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Trump Administration Changes Tune, Says No Oil Drilling Off Florida Coast

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MIAMI (CBSMiami) — The democratic party is calling Florida's governor a "self-serving con man" in response to what at first seemed like good news for all involved.

Interior secretary Ryan Zinke's proposal to drill off the Florida coast was quickly met with opposition from Republican governor Rick Scott.

After a meeting Tuesday night between the two, Florida's shores are off the table.

The trump administration said their proposal to open Florida and other parts of the country to offshore drilling could bring in $15 billion dollars of federal revenue.

Scott came out against the idea and demanded a meeting with Zinke, who was singing a different tune afterwards.

"I support the governor's position that Florida is unique and its coasts are heavily reliant on tourism as an economic driver," Zinke said.

While that seems like good news for the tourism industry, democrats are accusing Scott and the Trump administration of playing environmental politics.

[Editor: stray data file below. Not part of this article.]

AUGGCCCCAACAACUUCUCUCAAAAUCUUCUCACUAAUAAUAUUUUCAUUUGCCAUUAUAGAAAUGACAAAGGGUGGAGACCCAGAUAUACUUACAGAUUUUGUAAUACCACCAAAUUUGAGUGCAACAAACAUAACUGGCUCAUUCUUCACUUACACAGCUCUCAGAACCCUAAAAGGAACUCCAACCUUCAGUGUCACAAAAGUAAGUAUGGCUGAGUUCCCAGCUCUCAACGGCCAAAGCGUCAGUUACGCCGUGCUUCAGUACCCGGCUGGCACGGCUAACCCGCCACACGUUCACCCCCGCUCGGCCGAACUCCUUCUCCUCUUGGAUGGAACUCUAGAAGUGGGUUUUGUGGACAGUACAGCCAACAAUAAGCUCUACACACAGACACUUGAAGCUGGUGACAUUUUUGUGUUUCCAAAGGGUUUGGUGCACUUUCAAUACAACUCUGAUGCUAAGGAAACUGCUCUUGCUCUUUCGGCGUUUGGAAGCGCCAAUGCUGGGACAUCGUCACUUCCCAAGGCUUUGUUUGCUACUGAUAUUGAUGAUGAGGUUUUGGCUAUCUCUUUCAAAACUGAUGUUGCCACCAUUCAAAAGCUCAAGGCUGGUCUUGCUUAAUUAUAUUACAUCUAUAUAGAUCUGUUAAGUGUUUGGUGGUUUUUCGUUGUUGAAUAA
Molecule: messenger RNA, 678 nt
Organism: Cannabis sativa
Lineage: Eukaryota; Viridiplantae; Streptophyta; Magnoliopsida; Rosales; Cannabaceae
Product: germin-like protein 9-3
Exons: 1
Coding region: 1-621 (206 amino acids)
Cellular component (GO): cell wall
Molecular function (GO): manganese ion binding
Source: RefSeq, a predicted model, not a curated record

The democratic senatorial campaign committee released the following statement.

"Rick Scott has and always will be a self-serving con-man. It's unfortunate that he and his friend President Trump would manufacture a crisis to try and help his political ambitions."

Meanwhile Senator Bill Nelson, who many believe will be challenged this November by Scott for his senate seat, released a statement of his own.

"I have spent my entire life fighting to keep oil rigs away from our coasts. But now, suddenly, Secretary Zinke announces plans to drill off Florida's coast and four days later agrees to "take Florida off the table"?  I don't believe it. This is a political stunt orchestrated by the Trump administration to help Rick Scott, who has wanted to drill off Florida's coast his entire career. We shouldn't be playing politics with the future of Florida."

Scott said in a statement Tuesday that with Florida off the table, they can now focus on protecting other areas of the state's environment like the everglades, state parks and beaches.


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